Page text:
The striking thing that I see is where we spend the money. I was a nuclear operator and fixing a problem by politics is not fixing the problem at all. The question should be how many scientists can we invest in? We don't invest in science. Windmills aren't science. They are engineering problems at best. We can calculate the exact energy that passes by one, wind speed, air density and bam that is the limit. Why not spend money on nuclear fusion research and nuclear power research? I haven't got the numbers but I think we have paid more in the past ten years for windmills than all the money we ever spent on nuclear research starting in the 40's. How does that make sense?

    3. CommentedJohn Smith

      One problem with investing in R&D: such investments never work. Indeed, I can think of no example where targeted R&D investments--such as those proposed here for innovations in green energy--have worked to hit the target.

      I hate to say it, but I think the market will provide the best incentive here. Companies are already scrambling to produce better (in other words, more green) energy at cheaper prices. Better to let the market work than to distort it and waste precious tax money on enriching rent seekers and doing little or nothing for the public good.

    4. CommentedMatt Stillerman

      Dear Mr. Lomborg,
      There are so many mistakes in this article, it is difficult to know where to begin!
      As usual you make the mistake of assuming that bean counting (a cost-benefit analysis) is a good way to arrive at public policy. This was thoroughly debunked in the 1970s (c.f. E.F.Shumacher, "Small is Beautiful"). Economics gives the wrong answer, manifestly, time after time.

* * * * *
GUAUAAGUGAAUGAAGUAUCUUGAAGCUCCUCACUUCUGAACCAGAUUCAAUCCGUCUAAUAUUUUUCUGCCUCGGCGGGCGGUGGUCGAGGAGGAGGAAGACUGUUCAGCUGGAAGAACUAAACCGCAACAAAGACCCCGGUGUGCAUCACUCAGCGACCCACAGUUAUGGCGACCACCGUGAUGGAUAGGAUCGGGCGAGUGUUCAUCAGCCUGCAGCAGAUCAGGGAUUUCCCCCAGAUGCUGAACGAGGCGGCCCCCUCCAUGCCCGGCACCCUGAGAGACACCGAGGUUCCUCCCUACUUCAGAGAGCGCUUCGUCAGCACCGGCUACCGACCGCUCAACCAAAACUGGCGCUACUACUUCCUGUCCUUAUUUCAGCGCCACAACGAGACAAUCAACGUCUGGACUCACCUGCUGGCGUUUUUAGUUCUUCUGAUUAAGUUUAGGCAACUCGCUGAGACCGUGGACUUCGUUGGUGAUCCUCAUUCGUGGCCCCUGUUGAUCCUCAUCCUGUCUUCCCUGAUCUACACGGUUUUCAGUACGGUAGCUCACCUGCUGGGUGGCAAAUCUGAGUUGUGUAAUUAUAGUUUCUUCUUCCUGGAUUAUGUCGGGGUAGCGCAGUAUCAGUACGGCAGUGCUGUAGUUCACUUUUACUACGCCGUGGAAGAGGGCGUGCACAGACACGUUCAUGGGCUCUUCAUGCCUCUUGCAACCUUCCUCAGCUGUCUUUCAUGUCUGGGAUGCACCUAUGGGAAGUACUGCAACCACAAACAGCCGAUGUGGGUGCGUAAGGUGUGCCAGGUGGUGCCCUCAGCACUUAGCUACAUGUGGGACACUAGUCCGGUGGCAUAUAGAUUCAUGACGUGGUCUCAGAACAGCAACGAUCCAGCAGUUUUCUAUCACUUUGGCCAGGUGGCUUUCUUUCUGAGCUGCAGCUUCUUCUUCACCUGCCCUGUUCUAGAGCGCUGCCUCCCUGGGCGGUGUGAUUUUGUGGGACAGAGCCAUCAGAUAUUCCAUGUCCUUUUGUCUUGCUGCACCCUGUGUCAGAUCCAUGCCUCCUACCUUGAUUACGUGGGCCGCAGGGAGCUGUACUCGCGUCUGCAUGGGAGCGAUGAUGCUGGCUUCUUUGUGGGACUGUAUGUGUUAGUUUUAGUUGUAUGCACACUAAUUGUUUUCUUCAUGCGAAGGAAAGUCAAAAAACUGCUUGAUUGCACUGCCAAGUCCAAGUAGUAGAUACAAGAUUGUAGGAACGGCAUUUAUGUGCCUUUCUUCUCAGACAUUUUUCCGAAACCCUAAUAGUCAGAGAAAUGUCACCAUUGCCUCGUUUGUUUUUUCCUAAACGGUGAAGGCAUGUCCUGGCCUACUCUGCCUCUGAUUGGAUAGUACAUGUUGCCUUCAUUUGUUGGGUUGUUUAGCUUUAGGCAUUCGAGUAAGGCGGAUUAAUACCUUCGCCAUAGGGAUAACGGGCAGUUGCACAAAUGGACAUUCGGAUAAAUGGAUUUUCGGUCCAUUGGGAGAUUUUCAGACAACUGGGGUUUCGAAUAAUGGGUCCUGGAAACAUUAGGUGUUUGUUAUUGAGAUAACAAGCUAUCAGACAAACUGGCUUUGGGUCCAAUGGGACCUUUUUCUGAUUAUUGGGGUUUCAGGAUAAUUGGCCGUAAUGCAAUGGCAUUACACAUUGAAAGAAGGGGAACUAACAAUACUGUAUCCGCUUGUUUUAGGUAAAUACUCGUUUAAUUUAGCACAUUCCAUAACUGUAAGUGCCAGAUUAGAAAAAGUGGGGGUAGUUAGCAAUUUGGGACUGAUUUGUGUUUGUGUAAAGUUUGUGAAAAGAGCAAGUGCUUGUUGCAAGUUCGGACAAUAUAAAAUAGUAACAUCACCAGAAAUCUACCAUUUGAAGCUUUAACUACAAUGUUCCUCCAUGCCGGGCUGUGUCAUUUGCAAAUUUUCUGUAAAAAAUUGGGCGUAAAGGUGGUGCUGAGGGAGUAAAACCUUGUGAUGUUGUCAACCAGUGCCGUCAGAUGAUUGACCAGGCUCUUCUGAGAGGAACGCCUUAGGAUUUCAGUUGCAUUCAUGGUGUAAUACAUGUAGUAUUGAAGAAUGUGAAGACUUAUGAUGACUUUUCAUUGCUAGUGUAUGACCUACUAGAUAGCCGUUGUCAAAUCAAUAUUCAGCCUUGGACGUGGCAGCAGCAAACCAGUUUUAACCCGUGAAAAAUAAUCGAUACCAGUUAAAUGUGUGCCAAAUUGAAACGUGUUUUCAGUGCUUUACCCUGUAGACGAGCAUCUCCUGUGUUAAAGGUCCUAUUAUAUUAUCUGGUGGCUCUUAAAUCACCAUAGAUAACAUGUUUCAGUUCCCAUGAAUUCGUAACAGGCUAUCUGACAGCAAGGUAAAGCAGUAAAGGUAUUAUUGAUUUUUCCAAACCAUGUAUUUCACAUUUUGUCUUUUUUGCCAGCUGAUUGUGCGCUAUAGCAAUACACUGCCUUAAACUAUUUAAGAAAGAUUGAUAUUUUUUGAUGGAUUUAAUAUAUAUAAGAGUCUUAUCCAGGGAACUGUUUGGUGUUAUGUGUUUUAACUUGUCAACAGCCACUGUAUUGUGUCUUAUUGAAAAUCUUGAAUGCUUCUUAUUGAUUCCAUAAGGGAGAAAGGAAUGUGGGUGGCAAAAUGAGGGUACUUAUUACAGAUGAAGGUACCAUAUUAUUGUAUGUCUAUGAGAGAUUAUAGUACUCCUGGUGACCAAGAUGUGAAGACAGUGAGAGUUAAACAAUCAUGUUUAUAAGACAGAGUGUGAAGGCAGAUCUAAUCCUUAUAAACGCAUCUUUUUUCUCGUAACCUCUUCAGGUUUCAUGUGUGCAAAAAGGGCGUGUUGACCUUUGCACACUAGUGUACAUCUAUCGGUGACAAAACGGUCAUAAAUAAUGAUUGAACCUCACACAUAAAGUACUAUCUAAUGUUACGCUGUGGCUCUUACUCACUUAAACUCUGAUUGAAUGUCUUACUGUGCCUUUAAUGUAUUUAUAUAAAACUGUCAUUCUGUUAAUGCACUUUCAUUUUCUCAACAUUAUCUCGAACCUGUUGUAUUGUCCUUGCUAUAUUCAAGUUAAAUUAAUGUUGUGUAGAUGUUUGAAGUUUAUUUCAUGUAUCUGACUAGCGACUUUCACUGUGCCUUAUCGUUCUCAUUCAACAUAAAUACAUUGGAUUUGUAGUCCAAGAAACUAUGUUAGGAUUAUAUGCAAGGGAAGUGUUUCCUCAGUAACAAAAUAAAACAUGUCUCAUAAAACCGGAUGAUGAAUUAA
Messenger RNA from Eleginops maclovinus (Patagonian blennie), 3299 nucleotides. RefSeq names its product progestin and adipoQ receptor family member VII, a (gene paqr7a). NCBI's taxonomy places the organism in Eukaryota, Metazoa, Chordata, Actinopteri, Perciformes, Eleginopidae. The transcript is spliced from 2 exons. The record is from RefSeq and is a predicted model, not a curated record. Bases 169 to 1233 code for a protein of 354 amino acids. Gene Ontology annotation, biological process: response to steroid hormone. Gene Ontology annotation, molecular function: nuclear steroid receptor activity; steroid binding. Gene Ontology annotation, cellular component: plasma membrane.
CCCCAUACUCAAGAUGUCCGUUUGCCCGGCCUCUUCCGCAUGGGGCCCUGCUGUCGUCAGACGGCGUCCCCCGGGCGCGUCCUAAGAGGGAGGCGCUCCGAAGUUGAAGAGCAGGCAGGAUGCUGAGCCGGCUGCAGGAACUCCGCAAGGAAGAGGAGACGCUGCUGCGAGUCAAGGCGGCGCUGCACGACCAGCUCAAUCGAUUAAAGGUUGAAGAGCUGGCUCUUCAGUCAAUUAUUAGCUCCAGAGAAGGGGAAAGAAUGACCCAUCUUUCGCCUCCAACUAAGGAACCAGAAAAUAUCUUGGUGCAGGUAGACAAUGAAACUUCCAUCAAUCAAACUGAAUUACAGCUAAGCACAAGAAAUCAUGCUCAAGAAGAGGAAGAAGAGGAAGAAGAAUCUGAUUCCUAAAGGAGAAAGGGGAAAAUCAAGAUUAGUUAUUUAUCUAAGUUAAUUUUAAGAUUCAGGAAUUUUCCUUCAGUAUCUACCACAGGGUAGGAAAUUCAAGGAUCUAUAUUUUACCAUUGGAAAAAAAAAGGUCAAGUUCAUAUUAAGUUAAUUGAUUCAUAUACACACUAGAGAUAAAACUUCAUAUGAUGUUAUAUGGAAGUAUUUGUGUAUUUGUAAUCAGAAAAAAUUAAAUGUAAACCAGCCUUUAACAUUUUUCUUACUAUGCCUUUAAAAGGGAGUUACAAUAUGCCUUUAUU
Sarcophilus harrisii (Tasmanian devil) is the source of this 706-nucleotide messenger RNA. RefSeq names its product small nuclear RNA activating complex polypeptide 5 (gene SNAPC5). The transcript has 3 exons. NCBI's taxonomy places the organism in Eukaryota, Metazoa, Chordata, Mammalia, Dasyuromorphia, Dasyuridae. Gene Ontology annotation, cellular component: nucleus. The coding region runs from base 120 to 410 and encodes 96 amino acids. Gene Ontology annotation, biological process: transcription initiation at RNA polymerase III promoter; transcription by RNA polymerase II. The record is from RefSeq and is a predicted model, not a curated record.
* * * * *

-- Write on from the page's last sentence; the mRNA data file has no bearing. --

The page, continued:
What about this specific point? Here, you are ignoring the fact that the targeted reduction in E.U. emissions will establish a baseline for future reductions, both within the E.U. and elsewhere. Indeed, the E.U.'s relations with nations that are receiving the brunt of initial global warming effects could be severely, negatively impacted if they are not seen as "doing their part".
      To make this point clearer, consider my own personal contribution to atmospheric carbon. If I were to reduce this to zero, the net effect on climate would be minute, but the cost to me would be immense. And, most of the benefits of that increment would accrue to others. From an economic standpoint, this is a strong argument for me to do nothing to reduce my carbon emissions -- manifestly the wrong decision. Why is this the wrong decision? Because, if everyone follows this same logic, then there will be no reduction at all, and climate change will continue unabated. Instead, we MUST abandon this destructive focus on economic arguments, and realize that we are in a life-boat together, and that our survival depends on everyone doing what they can, however small.
      If you insist on taking an economic approach to this problem and similar problems, then I recommend looking at the work of Elinor Ostrom, the Nobel laureate in Economics for 2009. She received the prize for her work on governance, particularly of the commons. The commons at issue here is this climate-lifeboat-planet that we all inhabit.

        Portrait of Bjørn Lomborg

        CommentedBjørn Lomborg

        Dear Matt. Thanks for your comments. You are right, we should not make the decision on *private* costs vs *private* benefits (since cutting CO2 cost would be significant, and the benefits trivial.
        But this is not the argument I'm making. I compare the *private* cost for the EU with the benefit for the *entire* world. So I am making the best-case comparison for climate action.